Composers' Forum

Music Composers Unite!

The right and left brain hemispheres in the musical creative process

Dear all,

The cognitive process that is required to start composing a piece has been always interested me. Reading from many sources I found that the composition process requires both parts of our brains, but sometimes, even for mature composers, this is not clear. I leave you a short article on the matter. Hope it might be useful. Criticism and new ideas are always welcome!

https://www.piano-composer-teacher-london.co.uk/post/2017/06/30/the...

Views: 28

Comment

You need to be a member of Composers' Forum to add comments!

Join Composers' Forum

Comment by Timothy Smith on April 9, 2020 at 5:02pm

 Nice to meet you Gislea, 

Going into the personality types can be a rabbit hole of sorts. I see it as a fun rabbit hole though. The Myers Briggs seems to be the most popular test at the moment at least to my knowledge. There is a claim that going to a trained tester and taking the paid version of the test is the best way to figure it out. I took several of the online tests out of curiosity. They all say similar things so I would guess they are pretty close. The main concern as I see it in taking a multiple choice test like this can lead some to answer the question for the person they want to be or as they see themselves when the reality might be different. In other words, it's difficult to be objective about ourselves sometimes. In addition if the test is given as an employment screen, the test can be manipulated if the taker knows what the employer wants. All of those negatives aside, the tests can usually pinpoint fairly closely for anyone who is being as objective as they can be when taking them. In my case I have tested INFJ on multiple tests. That type could easily change over to or swing toward INTJ all depending on how we perceive the questions. I had to take it numerous times because I wasn't convinced my type was only 1% of the population and more common among women. I really don't know what to make of it or how they arrived at how many people were a certain type in the overall population. It's a fun "thing" though looking into for me :)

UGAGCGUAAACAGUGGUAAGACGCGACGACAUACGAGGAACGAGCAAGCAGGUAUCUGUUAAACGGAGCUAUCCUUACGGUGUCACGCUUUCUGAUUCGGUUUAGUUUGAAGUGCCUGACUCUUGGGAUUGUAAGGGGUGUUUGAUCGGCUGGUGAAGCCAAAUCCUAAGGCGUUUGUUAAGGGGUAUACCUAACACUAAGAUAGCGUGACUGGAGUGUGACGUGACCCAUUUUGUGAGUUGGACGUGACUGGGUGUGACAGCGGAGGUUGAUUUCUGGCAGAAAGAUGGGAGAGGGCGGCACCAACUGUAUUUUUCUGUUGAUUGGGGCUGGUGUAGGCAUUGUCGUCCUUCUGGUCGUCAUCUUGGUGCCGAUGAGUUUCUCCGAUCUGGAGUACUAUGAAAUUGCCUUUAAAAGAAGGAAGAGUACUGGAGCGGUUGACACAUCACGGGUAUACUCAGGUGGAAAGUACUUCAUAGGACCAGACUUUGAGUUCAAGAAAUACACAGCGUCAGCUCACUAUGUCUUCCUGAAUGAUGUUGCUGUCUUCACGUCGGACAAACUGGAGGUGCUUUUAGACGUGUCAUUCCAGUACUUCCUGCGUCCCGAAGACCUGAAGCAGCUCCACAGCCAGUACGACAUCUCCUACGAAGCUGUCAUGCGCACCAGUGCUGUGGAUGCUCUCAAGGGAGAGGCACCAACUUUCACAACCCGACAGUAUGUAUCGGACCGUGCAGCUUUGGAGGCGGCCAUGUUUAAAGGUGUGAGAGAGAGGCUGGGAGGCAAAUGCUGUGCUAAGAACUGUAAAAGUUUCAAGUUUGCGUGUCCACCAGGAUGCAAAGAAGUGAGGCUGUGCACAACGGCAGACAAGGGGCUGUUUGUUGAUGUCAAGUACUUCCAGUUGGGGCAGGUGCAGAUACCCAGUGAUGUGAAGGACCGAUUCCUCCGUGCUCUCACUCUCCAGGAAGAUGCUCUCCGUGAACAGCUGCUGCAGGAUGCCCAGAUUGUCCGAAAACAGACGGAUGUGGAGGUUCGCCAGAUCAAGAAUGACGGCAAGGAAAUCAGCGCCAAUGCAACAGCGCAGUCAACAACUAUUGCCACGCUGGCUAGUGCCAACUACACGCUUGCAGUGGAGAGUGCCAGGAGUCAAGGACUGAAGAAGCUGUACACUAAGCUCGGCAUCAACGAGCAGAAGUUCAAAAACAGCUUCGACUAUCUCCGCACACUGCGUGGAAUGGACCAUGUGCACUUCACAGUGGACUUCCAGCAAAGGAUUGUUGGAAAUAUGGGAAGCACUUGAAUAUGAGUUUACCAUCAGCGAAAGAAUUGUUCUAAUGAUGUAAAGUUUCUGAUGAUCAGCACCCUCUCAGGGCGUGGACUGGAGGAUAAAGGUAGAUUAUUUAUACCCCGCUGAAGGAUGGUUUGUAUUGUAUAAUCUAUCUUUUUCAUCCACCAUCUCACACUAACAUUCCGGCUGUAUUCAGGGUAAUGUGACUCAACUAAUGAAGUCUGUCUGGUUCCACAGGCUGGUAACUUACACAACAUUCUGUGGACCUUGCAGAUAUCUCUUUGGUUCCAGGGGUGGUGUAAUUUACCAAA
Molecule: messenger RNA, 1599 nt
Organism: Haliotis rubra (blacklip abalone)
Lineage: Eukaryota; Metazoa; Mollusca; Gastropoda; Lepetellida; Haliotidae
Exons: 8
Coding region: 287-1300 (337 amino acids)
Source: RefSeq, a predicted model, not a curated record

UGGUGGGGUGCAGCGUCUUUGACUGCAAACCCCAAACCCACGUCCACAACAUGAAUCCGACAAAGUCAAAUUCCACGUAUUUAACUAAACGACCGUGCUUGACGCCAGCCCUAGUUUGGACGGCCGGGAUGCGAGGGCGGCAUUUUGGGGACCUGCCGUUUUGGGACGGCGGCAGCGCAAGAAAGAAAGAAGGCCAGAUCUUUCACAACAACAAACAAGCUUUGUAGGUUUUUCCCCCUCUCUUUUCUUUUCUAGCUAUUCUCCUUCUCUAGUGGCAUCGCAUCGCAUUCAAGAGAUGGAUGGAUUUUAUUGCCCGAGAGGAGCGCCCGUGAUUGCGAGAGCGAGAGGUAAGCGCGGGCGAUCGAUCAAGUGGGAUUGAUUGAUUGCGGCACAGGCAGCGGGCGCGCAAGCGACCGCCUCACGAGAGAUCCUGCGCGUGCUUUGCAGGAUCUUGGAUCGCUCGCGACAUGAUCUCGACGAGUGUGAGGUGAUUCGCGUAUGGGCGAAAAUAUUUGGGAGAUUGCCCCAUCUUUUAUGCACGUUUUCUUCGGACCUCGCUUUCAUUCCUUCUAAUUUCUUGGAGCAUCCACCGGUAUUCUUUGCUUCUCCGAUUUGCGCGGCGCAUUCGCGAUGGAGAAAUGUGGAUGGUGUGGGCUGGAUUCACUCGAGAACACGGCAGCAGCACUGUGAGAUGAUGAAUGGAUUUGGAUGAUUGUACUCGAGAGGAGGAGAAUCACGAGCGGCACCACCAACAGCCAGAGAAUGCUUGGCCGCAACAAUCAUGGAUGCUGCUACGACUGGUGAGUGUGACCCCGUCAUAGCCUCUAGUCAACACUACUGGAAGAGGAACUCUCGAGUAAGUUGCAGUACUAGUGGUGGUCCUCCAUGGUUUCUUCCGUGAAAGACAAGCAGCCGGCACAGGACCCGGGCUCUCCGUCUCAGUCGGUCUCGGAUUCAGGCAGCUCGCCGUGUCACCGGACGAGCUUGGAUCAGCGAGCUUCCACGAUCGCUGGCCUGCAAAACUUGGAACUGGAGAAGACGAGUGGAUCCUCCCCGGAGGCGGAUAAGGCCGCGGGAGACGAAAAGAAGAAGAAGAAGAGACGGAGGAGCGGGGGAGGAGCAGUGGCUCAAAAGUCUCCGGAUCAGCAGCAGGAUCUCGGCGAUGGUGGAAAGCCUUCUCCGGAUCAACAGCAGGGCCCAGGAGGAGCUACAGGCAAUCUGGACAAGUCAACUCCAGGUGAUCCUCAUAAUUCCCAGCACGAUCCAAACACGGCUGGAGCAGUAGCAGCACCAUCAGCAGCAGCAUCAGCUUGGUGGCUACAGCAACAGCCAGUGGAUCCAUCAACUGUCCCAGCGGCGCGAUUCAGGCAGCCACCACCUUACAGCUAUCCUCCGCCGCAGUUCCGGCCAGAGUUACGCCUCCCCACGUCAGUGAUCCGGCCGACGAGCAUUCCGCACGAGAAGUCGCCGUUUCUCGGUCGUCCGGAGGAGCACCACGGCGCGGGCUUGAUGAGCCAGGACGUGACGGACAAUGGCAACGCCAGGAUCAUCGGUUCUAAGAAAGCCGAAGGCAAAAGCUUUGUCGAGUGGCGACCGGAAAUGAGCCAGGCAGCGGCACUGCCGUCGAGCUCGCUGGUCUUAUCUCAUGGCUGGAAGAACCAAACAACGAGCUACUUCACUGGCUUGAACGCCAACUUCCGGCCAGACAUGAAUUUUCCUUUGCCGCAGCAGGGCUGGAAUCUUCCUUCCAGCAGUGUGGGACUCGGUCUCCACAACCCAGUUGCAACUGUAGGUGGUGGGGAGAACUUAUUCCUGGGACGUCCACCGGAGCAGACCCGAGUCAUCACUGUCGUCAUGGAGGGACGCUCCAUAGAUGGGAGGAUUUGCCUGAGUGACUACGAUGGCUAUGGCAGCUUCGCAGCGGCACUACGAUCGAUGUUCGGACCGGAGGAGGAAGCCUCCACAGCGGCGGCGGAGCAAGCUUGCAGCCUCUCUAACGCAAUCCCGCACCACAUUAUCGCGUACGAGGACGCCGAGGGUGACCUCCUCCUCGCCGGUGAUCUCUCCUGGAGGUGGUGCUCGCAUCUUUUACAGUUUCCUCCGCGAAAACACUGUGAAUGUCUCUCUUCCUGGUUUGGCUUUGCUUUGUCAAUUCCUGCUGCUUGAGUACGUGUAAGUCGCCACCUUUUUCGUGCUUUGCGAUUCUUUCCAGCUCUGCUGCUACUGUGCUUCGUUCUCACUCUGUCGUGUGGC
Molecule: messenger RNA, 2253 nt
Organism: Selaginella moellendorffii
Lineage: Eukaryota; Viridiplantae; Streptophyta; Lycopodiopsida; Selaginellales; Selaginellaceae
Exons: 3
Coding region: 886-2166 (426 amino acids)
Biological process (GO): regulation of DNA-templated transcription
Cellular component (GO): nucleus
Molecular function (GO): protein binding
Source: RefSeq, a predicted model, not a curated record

Comment by Gisela Paterno on April 9, 2020 at 3:03pm

Thank you, Tim and Michael, for your comments! I found them both inspiring and enriching! I will definitively search for the personality types (from Tim's comment) maybe that's the key...?

as per the different "wiring", that experiences mould us the way we are, according to Michael.

Very interesting comments!

Comment by michael diemer on April 9, 2020 at 12:59pm

I think what Tim said makes a lot of sense. Some people are more analytical, some more intuitive. Each faculty is associated with a a brain hemisphere (left for analytical, right for intuitive). But these different ways of brain functioning are far from set in stone. For example, there are different types of left-handedness, not just one generic type. And of course, we all use our brains in a very organic way. The brain in no way resembles a computer. People who say it does invariably have little to no comprehension of how the brain works. The same process does not even work the same way in different individuals, because the various neural pathways do not follow a set "wiring diagram," but grow and develop differently in us all. Which means Mr. Rogers was right, there's no one just like you.